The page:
The environmental cost of NAFTA has also been disastrous. For example, a U.S. company, Metalclad, sued Mexico because a city government refused to grant it a permit for a waste dump (similarly denied to a Mexican company that previously wanted to use the site).
Mexico lost, and had to grant the permit despite environmental concerns and pay $15.6 million to Metalclad. Another U.S. company, Ethyl Corporation, sued Canada for $250 million because of a ban on a gasoline additive known as MMT, a chemical long believed to be dangerous to health. Ethyl claimed the Canadian ban was an “expropriation” of its “investment” and a violation of the principal of “equal treatment” even though, had a Canadian producer of MMT existed, it would have had the same standard applied. Canada settled to avoid a total defeat, paying Ethyl a smaller amount and reversing its ban.
When corporations sue, they don’t do so in regular court systems. Instead, they sue in secret tribunals in which the judges are corporate lawyers who specialize in representing multi-national corporations!
Yet another U.S. company, S.D. Myers, sued Canada because of a ban on the transportation of PCBs that conformed with both a Canada-United States and a multi-lateral environmental treaty. A tribunal ordered Canada to pay $5.6 million and reverse the ban, negating the two environmental treaties and ignoring the fact that PCBs are known carcinogens banned since 1979 in the U.S. The tribunal ruled that, when formulating an environmental rule, a government “is obliged to adopt the alternative that is most consistent with open trade.” More recently, TransCanada sued the U.S. government over the cancelation of the Keystone XL pipeline.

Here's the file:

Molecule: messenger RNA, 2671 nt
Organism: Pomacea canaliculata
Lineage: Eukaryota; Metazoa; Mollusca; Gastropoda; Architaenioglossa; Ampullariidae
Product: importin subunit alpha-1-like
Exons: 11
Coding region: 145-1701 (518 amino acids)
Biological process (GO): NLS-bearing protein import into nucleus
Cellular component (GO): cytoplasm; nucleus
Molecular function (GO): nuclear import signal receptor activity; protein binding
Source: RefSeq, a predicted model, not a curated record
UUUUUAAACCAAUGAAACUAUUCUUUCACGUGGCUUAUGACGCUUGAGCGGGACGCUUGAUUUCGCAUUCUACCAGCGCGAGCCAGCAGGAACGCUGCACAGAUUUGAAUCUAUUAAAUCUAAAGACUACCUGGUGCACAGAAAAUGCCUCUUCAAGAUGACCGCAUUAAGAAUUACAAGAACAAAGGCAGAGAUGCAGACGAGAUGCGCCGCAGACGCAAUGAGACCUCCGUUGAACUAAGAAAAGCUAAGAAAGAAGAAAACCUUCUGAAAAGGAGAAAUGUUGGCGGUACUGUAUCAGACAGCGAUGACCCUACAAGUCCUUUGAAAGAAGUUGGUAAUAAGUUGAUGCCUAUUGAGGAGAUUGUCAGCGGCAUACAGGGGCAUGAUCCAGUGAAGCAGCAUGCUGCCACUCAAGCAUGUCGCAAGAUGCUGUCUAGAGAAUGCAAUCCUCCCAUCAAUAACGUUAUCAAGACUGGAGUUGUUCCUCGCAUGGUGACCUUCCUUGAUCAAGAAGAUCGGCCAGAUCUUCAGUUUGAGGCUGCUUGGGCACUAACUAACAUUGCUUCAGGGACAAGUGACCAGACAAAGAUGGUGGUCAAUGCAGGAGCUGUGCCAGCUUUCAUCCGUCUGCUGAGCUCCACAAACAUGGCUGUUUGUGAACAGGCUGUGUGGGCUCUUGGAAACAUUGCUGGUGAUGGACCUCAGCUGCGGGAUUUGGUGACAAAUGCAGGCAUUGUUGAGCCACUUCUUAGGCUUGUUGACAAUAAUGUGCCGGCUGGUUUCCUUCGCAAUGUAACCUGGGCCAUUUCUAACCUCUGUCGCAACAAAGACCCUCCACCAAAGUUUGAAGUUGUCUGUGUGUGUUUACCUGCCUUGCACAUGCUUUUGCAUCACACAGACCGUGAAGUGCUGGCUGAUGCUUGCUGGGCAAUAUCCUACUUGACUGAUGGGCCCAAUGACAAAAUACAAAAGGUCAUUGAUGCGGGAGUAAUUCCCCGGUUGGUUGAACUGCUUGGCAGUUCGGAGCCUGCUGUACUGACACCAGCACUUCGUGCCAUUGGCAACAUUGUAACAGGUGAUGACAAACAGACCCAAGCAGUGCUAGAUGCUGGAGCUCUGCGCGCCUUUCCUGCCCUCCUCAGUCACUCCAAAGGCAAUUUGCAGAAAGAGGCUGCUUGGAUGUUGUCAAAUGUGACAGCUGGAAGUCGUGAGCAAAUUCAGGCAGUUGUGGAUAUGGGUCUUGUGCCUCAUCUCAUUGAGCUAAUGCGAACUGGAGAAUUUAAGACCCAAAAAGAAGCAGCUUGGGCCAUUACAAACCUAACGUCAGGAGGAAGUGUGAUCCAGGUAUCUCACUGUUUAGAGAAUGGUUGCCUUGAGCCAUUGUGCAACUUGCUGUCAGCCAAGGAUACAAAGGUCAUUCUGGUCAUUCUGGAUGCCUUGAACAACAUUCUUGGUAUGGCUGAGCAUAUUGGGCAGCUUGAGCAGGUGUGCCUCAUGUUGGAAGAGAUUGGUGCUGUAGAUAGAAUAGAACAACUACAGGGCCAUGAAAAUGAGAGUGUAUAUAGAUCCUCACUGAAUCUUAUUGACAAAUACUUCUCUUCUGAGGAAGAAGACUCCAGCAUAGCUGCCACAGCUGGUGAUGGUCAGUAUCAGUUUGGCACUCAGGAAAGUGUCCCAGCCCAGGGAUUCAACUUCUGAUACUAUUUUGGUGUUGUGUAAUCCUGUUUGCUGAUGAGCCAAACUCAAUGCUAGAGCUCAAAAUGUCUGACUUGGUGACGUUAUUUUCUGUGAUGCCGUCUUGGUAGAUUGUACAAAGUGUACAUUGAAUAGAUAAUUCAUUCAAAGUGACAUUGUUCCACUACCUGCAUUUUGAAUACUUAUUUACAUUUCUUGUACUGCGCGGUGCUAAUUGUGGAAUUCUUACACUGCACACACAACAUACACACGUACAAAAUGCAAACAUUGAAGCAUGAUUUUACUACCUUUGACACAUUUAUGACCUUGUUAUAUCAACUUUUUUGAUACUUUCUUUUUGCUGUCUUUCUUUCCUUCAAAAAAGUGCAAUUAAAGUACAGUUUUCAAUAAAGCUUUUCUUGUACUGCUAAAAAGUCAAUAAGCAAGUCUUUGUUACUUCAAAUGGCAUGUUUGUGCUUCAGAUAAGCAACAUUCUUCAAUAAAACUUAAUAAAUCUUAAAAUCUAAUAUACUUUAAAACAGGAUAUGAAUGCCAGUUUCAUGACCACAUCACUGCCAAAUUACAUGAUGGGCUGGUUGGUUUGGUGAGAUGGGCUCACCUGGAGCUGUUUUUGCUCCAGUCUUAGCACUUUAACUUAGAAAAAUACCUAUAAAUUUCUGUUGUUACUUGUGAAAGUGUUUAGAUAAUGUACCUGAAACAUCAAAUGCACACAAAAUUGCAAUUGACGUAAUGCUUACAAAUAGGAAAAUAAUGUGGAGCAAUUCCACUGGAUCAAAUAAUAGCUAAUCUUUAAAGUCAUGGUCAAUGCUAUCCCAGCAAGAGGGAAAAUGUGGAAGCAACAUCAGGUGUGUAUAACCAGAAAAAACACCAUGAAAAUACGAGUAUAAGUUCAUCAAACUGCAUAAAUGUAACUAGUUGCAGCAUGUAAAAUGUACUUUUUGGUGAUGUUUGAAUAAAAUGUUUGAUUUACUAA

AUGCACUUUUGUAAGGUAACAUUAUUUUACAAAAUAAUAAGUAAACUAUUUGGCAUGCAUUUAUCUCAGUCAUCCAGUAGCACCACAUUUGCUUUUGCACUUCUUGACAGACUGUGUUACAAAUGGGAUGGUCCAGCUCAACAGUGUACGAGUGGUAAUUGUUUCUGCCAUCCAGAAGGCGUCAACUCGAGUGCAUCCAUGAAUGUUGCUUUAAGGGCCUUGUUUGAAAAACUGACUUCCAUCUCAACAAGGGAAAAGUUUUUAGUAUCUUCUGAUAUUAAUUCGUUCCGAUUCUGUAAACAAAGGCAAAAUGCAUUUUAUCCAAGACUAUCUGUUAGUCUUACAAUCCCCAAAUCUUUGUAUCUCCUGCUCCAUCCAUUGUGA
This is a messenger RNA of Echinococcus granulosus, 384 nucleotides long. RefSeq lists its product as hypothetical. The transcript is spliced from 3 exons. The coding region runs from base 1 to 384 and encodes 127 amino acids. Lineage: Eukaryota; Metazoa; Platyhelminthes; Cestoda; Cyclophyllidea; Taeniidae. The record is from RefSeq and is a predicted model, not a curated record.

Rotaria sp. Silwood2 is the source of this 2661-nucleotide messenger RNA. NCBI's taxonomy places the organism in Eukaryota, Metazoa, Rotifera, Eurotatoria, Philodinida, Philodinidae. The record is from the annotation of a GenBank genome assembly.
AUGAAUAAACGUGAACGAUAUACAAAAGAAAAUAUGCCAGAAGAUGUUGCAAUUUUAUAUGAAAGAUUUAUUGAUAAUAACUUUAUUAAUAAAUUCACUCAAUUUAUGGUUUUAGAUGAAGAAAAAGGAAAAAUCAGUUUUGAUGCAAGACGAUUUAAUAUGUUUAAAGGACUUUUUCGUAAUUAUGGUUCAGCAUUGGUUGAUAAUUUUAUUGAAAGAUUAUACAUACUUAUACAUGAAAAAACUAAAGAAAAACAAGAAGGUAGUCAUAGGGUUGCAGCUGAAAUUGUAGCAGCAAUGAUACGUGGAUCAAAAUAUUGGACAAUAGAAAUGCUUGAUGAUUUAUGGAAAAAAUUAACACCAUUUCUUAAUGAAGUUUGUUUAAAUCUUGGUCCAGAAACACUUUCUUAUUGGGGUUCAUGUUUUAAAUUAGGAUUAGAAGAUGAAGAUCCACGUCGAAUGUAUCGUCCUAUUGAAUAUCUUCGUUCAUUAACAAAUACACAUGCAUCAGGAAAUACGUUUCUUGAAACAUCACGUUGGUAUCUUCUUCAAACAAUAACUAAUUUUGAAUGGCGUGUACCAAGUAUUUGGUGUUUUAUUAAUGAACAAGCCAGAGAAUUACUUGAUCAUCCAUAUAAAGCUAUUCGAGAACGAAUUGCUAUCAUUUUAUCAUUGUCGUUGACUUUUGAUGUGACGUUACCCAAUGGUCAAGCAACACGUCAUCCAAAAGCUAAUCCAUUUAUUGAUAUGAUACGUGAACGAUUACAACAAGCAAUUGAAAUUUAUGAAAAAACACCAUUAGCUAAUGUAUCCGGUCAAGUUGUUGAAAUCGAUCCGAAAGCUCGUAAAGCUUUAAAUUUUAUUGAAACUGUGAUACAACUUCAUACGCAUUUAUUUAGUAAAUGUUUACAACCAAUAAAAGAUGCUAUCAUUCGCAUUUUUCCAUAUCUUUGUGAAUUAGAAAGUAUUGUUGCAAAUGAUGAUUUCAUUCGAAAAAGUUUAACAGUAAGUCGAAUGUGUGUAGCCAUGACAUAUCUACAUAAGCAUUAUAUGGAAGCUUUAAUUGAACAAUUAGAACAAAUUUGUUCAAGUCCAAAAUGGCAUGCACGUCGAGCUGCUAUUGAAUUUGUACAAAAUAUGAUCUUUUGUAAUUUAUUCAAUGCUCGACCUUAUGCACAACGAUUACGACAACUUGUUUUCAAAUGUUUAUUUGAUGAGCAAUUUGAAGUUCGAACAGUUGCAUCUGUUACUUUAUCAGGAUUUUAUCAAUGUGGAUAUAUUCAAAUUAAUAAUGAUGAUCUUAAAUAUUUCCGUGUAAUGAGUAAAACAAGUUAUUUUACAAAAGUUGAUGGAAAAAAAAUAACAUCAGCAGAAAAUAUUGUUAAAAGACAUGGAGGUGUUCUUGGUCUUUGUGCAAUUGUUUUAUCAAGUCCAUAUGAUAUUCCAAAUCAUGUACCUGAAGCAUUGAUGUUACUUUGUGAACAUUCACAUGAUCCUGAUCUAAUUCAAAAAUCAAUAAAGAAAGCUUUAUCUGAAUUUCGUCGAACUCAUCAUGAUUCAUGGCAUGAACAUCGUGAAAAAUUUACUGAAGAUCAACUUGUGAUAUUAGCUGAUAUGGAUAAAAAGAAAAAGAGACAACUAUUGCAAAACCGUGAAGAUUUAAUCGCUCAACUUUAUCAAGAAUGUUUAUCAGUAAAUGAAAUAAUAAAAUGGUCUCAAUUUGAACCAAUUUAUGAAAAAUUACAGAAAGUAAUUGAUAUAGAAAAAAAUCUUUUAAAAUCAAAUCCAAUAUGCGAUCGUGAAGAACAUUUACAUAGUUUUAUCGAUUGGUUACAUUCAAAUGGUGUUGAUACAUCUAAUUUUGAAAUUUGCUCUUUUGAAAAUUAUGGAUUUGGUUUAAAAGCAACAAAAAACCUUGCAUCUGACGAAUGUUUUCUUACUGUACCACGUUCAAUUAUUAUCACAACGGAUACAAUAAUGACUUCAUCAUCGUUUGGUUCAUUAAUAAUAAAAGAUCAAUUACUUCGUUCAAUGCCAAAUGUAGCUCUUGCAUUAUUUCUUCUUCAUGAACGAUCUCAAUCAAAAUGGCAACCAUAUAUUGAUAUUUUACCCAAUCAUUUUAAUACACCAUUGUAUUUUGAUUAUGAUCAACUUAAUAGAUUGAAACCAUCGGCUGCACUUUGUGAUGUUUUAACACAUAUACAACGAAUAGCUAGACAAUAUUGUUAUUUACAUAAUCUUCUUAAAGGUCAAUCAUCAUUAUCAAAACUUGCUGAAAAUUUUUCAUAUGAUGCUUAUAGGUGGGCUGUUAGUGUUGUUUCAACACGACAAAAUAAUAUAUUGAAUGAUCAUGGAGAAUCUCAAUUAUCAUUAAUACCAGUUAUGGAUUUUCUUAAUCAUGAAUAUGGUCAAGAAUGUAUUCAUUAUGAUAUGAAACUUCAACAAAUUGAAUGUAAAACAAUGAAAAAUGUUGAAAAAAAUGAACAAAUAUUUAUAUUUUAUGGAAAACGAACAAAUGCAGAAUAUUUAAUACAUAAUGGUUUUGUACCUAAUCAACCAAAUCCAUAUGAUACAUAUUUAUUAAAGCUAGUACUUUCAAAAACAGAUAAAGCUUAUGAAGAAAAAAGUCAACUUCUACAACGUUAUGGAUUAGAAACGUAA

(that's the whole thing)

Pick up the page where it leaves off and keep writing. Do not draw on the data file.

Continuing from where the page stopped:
What causes such results is that corporations are allowed to sue governments to overturn any law or regulation that they claim will hurt profits or even potential future profits. Governments and people are not allowed to sue. When corporations sue, they don’t do so in regular court systems. Instead, they sue in secret tribunals in which the judges are corporate lawyers who specialize in representing multi-national corporations! There are no ethics or conflict-of-interest rules, there are no appeals and the public often is not even notified of hearings. On top of this, a government has to pay millions of dollars in costs even in the rare instances when they win one of these cases.
A weapon aimed at developing countries